Many Boards Moving Ahead on Environmental and Social Issues

IRRCiCorporate boards are  exceeding legal oversight requirements on environmental and social issues, with more than half of S&P 500 companies providing board level oversight of environmental and/or social issues above and beyond that required by law. Board Oversight of Sustainability Issues finds that many industries subject to scrutiny – paper, forestry, healthcare, utility companies – are among the most  likely to have board oversight of sustainability issues. But, the retail sector lags despite criticism for recycling and labor and human rights practices. 

Commissioned by the Investor Responsibility Research Center Institute (IRRCi) and released on Earth Day, the study was conducted by the Sustainable Investments Institute (Si2). A webinar is scheduled for Tuesday, April 29, 2014 at 1 PM ET to review the findings and respond to questions.  Download the research here.  Register for the webinar here. Said IRRCi’s Jon Lukomnik

The sizable percentage of S&P 500 companies elevating environmental and social issues to the board level reflects the growing understanding among directors and executives of the financial risks and opportunities of sustainability and to the importance to long-term corporate planning.

While sustainability has been a concern of corporations and investors for years, there has been little research focused on how boards oversee a company’s sustainability efforts. This research sets out to fill that gap. It offers an industry-by-industry analysis, along with other detailed analyses such as correlations between revenue and net income for companies with board oversight of environmental and social issues. Peter DeSimone, report author and cofounder and deputy director of Si2, noted,

The report identifies key trends on issues and industries, which seem to be a direct reflection of public scrutiny and industry risk exposure. For example, energy companies have long been targets of sustainability proponents.  It’s logical that these companies would be among the most likely to have Board oversight of environmental issues.

But that simple rationale is confounded by the retail sector – the fourth least likely to have board oversight – despite the fact that the industry has been under fire on issues ranging from sweatshops to recycling practices. The same holds true for technology hardware companies that battle accusations surrounding supply chain labor and human rights abuses, and are enveloped in reporting on conflict minerals as required by Dodd-Frank.

Among the findings of Board Oversight of Sustainability Issues are:

  • Boards of 55.4 percent of S&P 500 companies have explicit oversight responsibilities for social and/or environmental issues.
  • About a third of the companies with board level oversight of sustainability issues have assigned that responsibility to the Corporate Governance and Nominating Committee (34%) and about the same amount assigns it to a Public Affairs or Sustainability Committee (32%). The remainder places the responsibility in other committees or delegates it to the board as a whole.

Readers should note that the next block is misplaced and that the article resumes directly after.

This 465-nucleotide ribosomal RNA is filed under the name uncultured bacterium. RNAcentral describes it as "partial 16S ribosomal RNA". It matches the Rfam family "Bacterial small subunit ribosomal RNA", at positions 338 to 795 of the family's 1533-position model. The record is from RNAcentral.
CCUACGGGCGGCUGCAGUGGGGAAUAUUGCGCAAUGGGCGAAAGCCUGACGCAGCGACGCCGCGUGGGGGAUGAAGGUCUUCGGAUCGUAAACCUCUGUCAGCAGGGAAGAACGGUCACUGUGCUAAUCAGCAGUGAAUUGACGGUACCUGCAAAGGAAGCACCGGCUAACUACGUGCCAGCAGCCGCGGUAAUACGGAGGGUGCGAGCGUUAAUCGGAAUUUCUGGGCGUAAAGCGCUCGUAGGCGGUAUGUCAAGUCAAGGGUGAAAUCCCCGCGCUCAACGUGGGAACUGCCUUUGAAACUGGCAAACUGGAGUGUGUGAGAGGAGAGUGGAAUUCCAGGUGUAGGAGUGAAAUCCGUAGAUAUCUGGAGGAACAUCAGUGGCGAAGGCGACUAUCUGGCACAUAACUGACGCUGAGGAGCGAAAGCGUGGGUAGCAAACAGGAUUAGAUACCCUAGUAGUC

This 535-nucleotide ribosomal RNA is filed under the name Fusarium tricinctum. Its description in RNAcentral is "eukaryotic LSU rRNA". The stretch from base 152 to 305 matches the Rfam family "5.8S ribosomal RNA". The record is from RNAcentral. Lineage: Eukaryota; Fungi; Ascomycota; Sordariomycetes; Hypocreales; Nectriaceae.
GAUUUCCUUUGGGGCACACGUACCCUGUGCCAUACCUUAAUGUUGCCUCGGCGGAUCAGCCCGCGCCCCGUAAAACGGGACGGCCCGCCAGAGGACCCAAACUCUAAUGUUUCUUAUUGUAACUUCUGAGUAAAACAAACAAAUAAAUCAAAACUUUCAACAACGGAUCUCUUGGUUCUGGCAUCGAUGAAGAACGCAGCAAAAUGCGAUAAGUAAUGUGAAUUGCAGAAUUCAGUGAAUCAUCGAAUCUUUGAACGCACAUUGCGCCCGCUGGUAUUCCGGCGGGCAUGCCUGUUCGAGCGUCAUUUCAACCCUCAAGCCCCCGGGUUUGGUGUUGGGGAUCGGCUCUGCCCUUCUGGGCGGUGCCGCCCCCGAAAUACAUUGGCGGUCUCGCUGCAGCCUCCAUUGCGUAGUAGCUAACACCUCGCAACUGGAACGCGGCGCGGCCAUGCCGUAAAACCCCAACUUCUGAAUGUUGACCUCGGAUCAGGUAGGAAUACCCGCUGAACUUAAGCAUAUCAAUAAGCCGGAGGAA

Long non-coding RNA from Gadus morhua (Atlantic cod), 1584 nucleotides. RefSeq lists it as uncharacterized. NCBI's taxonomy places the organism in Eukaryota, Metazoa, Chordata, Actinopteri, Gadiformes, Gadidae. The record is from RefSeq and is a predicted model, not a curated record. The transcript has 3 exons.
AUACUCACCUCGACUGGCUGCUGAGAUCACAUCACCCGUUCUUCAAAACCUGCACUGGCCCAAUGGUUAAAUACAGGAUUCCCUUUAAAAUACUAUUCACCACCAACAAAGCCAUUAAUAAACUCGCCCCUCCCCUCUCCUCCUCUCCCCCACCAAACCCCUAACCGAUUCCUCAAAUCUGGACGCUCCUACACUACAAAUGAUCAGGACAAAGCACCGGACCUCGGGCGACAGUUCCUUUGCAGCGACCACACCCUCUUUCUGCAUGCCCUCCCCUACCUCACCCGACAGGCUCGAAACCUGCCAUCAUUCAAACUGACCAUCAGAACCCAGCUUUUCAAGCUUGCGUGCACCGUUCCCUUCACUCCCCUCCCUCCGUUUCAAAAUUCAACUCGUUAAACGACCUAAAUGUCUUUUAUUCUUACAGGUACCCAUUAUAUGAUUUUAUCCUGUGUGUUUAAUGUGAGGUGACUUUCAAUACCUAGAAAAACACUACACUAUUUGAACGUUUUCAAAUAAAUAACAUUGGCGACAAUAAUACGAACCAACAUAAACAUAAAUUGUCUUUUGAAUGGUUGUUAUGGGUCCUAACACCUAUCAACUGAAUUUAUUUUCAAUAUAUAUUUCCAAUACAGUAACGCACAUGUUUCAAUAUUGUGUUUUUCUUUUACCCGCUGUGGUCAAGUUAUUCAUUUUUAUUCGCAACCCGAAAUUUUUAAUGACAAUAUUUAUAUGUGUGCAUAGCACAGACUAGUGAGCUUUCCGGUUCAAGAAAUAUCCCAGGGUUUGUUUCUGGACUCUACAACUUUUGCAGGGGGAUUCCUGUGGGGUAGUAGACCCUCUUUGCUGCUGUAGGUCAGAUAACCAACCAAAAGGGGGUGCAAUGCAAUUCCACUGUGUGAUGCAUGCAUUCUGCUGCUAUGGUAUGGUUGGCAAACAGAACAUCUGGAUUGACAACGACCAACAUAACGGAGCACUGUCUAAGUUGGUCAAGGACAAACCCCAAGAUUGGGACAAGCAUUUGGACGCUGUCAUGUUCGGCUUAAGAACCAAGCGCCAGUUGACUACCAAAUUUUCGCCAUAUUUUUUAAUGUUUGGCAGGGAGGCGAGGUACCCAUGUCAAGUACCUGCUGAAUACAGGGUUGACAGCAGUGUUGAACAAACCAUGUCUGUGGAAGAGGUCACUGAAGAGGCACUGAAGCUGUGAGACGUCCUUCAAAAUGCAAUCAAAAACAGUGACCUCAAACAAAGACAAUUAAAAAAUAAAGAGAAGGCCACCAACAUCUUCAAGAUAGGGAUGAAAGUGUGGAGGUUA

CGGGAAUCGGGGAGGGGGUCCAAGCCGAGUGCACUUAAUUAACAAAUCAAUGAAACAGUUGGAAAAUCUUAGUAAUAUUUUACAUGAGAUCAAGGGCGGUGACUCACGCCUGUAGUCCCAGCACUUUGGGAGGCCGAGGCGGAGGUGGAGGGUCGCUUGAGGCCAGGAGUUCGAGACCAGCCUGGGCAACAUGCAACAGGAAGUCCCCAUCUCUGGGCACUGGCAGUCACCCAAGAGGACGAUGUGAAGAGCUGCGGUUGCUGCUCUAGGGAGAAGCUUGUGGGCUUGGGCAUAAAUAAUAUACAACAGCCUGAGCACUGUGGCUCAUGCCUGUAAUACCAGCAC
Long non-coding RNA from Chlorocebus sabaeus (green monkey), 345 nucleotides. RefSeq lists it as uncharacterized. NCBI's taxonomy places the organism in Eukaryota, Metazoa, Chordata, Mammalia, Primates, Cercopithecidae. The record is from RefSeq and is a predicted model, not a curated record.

• Social issues (55 percent) were more often covered by board oversight structures and policies than environmental topics (33 percent).  One reason may be that 42% of the S&P 500 companies have the board monitor political spending.
  • Most companies with board oversight of sustainability issues have established independence standards for those committees (81 percent) and permitted them to hire outside counsel, advisors and experts at their sole discretion (92 percent).  However, only five percent had set explicit sustainability expertise standards for members of these committees.
  • The paper and forestry (100 percent), healthcare services (93 percent), oil and gas (81 percent), utilities (80 percent) and aerospace and defense (80 percent) industries were the most likely to have board oversight of sustainability issues, while the real estate (29 percent), construction and engineering (33 percent), technology hardware (33 percent), retail (34 percent), industrials (35 percent) and media (35 percent) sectors were the least likely.
  • There was a strong correlation between company size, as measured by revenue and net income, and the rate of board oversight of sustainability issues.  Top quintile companies by revenue were more than three times more likely to have Board oversight of environmental and/or social issues than those in the bottom quintile.

The findings are based on a review of committee charters and sustainability reporting conducted in the final quarter of 2013.  The study excluded the issue of ethics, as all U.S. publicly-traded companies are required to at minimum have audit committees review fraud and other ethical lapses as a result of the Sarbanes-Oxley Act of 2002.

The Investor Responsibility Research Center Institute is a not-for-profit organization headquartered in New York, NY, that provides thought leadership at the intersection of corporate responsibility and the informational needs of investors. 

 The Sustainable Investments Institute (Si2) provides institutional investors with in-depth, impartial analysis of environmental and social policy shareholder resolutions filed at U.S. companies. It also is an incubator for empirical research on emerging sustainability topics and corporate and investor responsibility issues. 

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